Hi guys, here:
viewtopic.php?t=139&start=15
I asked some questions about montecarlo simulation, now I would like to bettere define my questions:
if I plan a contract size increase based on a historical list of trades and I grow for example from 10.000 USD to 1.000.000 USD in 3 years, remixing the order of the trades it is obviously impossible to get the same result but how should I judge different outcomes, I mean: if on 10 test I always obtain mucj better results should I be optimistic for the 1 million tested on the series or should I fear a random order of the trades would dramatically change the scenario?
What are you looking at when testing with montecarlo? Could it be reasonable to expect the final result to keep in a rather narrow range (for example 800.000 to 1.200.000)?
Thanks
Bye
Smodato
simulation
I explain:
I have 3 strategies and they work together, all together in 6 years of backtesting they gave about 4600 trades, I put all the trades in chronological order intoexcel and applied a money management strategy to start from 80k and risk a fraction of 4% up to 200k, then 3% to 400k and at last 2%, as I told you in 6 years I obtained the virtual equity line I attach hereunder.
Now I would like to investigate what would happen if the same trades occured but in different order, so I would like to "remix" the order of the trades in different random manners and look at the resulta applying the same money management criteria.
I hope I was clear, please ask me if not.
Bye
thanks
Smodato
I have 3 strategies and they work together, all together in 6 years of backtesting they gave about 4600 trades, I put all the trades in chronological order intoexcel and applied a money management strategy to start from 80k and risk a fraction of 4% up to 200k, then 3% to 400k and at last 2%, as I told you in 6 years I obtained the virtual equity line I attach hereunder.
Now I would like to investigate what would happen if the same trades occured but in different order, so I would like to "remix" the order of the trades in different random manners and look at the resulta applying the same money management criteria.
I hope I was clear, please ask me if not.
Bye
thanks
Smodato
 Attachments

 equity.gif (24.09 KiB) Viewed 4592 times
I update you with latest outcomes:
Together with the money management strategy I'm also testing different ways to stop trading a strategy when it's going worse.
So I tested a stop in my strategy once the equity dropped under the 30 periods average, the final results were much worse then the original even though the equity showed a sharper profile and more acceptable drawdowns, another test was performed stopping trading after breakout of the lowest point in last 30 trades and starting again afterbreakout of the highest point in last 30 trades (obviously mesaured on the total 1 contract equity).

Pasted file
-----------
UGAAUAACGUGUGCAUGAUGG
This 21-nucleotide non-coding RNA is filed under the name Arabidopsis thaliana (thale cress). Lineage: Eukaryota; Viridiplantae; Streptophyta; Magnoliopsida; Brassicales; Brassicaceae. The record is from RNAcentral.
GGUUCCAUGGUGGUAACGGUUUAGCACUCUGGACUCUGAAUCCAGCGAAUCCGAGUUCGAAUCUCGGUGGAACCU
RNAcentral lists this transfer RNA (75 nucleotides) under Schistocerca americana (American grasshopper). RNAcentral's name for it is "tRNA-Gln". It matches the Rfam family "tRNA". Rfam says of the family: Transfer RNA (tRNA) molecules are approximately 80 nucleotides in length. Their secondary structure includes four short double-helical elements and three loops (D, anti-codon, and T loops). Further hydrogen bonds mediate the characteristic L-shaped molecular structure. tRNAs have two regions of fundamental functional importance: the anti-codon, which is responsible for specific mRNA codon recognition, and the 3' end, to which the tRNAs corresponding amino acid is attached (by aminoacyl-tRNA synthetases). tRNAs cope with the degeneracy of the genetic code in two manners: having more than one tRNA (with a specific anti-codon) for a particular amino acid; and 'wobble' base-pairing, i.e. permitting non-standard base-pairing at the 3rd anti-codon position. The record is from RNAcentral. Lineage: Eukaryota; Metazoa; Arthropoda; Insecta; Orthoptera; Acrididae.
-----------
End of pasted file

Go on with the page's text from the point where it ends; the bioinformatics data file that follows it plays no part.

These results were more or less the same as stopping when under the 30 periods average.
Last test was to stop at 30 periods low and restart when above 30 periods average. Here the results improved compared to the previous two approaches but were still much worse in final profit than the totally traded strategy.
Obviously this is due to the positive history of the strategy and I'm really willing to find a way to avoid being in a dying strategy so I would accept to drop some trades (the equity i posted here above was actually the composite of 3 strategies on each of whose I dropped trades under 30 periods low).
So do you have any suggestions based on the above?
Further to this I finally managed to "remix" the trades, simply putting in a column random() and ordering the trades according to the random numbers, I did this only on one of the 3 strategies (the one with most trades) and I noticed that in some cases the final outcome was pretty different, mostly around 1.000.000 it happende even to see "only" 300.000 as final equity.
How would you judge this result and the test itself maybe)?
Bye, thanks
Smodato
Together with the money management strategy I'm also testing different ways to stop trading a strategy when it's going worse.
So I tested a stop in my strategy once the equity dropped under the 30 periods average, the final results were much worse then the original even though the equity showed a sharper profile and more acceptable drawdowns, another test was performed stopping trading after breakout of the lowest point in last 30 trades and starting again afterbreakout of the highest point in last 30 trades (obviously mesaured on the total 1 contract equity).
These results were more or less the same as stopping when under the 30 periods average.
Last test was to stop at 30 periods low and restart when above 30 periods average. Here the results improved compared to the previous two approaches but were still much worse in final profit than the totally traded strategy.
Obviously this is due to the positive history of the strategy and I'm really willing to find a way to avoid being in a dying strategy so I would accept to drop some trades (the equity i posted here above was actually the composite of 3 strategies on each of whose I dropped trades under 30 periods low).
So do you have any suggestions based on the above?
Further to this I finally managed to "remix" the trades, simply putting in a column random() and ordering the trades according to the random numbers, I did this only on one of the 3 strategies (the one with most trades) and I noticed that in some cases the final outcome was pretty different, mostly around 1.000.000 it happende even to see "only" 300.000 as final equity.
How would you judge this result and the test itself maybe)?
Bye, thanks
Smodato